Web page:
Memphis Light, Gas and Water (MLGW) found no detectable traces of arsenic or lead in drinking-water wells that are within two miles of wells where the Tennessee Valley Authority TVA recently found high levels of both toxins.
In May, the TVA discovered arsenic levels in some wells around its Allen Fossil Plant were more than 300 times higher than federal drinking water standards. Lead levels there were also higher than federal safety standards.
The contaminated water is a quarter mile from the TVA’s five new wells drilled into the Memphis Sand Aquifer, the source of Memphis’ drinking water. Those wells were approved by the Shelby County Groundwater Quality Control Board late last year and will pump water from the aquifer to cool a new natural gas energy plant that will soon replace the coal-burning Allen plant.
Last week, MLGW said it would test water from wells in the Davis well field, where it pumps drinking water, which is two miles from the contaminated TVA site. MLGW tested 10 wells there and also tested treated drinking water, which goes into MLGW’s distribution system.
“All wells and drinking water leaving the station tested below detected limits for arsenic,” reads and MLGW news released issued Thursday. Lead levels, too, were below detected limits, the utility said.
Leaders of local environmental groups said they “relieved” to find no contamination in the tests. However, they warn that “it could take decades” for those contaminants to seep into the Memphis Sand Aquifer, the source of Memphis drinking water.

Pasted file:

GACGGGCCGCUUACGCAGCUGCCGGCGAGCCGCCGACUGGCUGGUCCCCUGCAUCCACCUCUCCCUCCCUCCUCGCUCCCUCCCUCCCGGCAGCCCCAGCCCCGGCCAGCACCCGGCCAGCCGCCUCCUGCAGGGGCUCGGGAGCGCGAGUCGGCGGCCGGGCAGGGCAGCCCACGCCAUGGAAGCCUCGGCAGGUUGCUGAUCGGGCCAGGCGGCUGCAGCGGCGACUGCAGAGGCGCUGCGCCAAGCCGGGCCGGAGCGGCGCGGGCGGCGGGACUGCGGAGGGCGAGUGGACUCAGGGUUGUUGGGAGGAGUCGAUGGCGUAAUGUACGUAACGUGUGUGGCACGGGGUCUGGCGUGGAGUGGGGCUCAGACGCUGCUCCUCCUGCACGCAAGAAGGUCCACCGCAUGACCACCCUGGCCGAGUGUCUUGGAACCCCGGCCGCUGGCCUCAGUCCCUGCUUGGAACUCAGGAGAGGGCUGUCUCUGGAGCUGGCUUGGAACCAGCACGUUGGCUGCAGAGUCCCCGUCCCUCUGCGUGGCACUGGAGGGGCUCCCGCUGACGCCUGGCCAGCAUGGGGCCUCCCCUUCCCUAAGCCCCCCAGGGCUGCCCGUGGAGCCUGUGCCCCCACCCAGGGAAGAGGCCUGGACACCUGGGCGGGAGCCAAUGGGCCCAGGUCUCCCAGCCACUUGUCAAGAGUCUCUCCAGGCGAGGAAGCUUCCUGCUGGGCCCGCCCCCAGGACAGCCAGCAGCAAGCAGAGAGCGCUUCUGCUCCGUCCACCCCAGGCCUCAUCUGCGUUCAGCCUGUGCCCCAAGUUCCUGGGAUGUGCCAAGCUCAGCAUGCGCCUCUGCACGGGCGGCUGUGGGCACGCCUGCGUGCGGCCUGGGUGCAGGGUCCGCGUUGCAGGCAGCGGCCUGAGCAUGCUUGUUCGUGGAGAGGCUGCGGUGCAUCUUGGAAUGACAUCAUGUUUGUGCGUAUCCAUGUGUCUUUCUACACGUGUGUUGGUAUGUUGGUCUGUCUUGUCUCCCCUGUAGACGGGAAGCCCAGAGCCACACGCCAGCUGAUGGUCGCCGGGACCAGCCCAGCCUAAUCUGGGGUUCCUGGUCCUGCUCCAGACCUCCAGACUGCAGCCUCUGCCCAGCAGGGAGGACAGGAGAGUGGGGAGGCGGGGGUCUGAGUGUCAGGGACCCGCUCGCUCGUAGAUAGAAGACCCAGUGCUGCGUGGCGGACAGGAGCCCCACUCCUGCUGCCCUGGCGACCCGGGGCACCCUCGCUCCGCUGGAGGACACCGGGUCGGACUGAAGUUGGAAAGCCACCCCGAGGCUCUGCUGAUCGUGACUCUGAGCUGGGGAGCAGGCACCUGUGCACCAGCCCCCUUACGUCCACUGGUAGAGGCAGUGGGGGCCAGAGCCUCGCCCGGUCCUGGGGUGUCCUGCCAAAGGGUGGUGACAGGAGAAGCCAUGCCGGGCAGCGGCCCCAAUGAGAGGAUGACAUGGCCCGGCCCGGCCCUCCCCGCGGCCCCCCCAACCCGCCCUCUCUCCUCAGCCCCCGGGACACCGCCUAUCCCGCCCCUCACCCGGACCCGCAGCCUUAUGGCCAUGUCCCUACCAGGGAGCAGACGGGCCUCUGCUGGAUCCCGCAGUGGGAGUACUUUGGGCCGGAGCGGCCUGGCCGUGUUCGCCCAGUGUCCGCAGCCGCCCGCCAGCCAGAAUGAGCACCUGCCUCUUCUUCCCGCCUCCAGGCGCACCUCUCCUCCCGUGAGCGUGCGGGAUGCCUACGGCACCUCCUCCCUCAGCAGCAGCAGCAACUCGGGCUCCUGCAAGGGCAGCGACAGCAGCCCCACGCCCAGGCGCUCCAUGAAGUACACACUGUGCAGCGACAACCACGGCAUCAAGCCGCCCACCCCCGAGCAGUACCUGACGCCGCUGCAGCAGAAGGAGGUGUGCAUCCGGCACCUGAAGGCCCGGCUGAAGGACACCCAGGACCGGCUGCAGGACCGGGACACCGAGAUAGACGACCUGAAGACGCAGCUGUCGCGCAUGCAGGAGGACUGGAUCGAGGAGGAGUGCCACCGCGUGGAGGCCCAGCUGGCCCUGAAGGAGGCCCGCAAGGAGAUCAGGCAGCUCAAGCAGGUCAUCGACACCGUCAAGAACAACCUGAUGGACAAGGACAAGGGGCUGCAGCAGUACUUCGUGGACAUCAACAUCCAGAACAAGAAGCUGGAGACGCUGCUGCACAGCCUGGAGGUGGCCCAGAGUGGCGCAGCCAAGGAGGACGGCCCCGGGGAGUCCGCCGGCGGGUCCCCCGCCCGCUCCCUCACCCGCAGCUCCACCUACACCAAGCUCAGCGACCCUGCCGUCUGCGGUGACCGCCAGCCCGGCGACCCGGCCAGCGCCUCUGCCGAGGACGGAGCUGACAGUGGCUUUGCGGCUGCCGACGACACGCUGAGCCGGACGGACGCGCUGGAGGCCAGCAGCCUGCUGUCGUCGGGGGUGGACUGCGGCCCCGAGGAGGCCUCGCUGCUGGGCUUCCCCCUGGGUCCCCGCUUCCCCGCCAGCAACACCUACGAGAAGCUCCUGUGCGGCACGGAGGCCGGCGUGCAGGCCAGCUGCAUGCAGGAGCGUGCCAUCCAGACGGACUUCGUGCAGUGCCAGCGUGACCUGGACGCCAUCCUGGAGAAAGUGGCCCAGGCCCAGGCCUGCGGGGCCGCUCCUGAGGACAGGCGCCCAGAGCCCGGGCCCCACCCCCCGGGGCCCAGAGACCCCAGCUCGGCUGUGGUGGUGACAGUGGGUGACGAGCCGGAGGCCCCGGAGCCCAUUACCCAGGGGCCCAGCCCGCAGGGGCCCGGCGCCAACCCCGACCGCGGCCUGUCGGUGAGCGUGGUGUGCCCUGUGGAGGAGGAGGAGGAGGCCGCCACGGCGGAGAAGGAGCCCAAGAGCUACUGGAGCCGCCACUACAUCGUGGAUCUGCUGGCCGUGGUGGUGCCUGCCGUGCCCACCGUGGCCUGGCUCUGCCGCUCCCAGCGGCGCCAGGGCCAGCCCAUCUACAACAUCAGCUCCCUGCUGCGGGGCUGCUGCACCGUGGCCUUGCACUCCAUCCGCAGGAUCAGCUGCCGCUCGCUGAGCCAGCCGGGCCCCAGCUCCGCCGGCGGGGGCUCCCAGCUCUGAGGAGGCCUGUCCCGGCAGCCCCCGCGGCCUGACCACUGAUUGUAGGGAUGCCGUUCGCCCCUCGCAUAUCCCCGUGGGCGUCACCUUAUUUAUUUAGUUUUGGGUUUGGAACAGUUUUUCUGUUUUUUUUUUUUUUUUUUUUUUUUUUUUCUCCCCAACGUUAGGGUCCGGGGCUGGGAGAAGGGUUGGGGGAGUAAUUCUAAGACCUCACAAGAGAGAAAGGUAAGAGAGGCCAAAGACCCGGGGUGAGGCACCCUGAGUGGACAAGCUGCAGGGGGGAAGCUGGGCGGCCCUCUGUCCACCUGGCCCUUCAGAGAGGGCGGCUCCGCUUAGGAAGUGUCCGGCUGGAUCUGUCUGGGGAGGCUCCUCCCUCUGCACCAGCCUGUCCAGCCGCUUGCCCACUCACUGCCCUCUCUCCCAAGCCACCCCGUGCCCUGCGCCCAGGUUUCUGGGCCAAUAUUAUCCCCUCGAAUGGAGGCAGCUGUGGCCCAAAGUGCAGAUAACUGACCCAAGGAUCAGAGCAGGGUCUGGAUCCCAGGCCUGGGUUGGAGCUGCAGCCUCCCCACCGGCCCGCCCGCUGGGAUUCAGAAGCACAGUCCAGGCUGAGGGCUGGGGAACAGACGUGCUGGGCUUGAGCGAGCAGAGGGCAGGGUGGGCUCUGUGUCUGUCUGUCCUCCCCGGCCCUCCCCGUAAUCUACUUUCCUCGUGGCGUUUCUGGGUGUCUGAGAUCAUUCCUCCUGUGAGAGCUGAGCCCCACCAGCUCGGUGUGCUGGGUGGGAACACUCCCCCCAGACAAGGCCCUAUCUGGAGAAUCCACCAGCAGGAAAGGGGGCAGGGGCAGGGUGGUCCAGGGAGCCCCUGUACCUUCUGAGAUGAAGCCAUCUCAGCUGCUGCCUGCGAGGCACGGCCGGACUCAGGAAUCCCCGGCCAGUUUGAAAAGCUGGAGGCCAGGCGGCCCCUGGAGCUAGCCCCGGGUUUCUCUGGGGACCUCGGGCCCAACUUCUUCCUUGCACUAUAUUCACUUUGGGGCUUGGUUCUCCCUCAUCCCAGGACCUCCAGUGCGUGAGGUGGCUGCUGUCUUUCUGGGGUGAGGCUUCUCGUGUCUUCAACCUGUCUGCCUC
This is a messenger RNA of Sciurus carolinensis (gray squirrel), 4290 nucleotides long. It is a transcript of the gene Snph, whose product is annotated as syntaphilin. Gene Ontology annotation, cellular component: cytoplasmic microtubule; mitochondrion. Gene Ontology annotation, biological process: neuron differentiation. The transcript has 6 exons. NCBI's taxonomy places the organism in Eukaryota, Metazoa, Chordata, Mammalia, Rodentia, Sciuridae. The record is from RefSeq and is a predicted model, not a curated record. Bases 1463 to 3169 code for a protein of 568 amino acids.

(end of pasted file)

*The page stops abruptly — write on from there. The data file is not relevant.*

That process, too, could be quickened when TVA begins pumping water from its five wells, said Ward Archer, president of Protect Our Aquifer.
“Common sense would suggest that operating five high-performance wells across the street from a leaking coal ash pond is not a good idea,” Archer said. “Again, we ask TVA to respect our drinking water aquifer and cool with grey water or with water supplied by MLGW.”
Scott Banbury, conservation program coordinator for the Sierra Club in Tennessee, said TVA should buy its water for the plant from MLGW until groundwater experts can conduct an “exhaustive study” of the geology under the TVA site and prove “without doubt, that there are no breaches in the Memphis Sand’s protective clay.”
“It’s time that the Tennessee Department of Environment and Conservation and the Shelby County Groundwater Quality Control Board step in and ensure the protection of our drinking water by staying the well permits that have been issued to TVA until proven safe,” Banbury said. “We call on local leaders to do everything in their power to protect our aquifer.”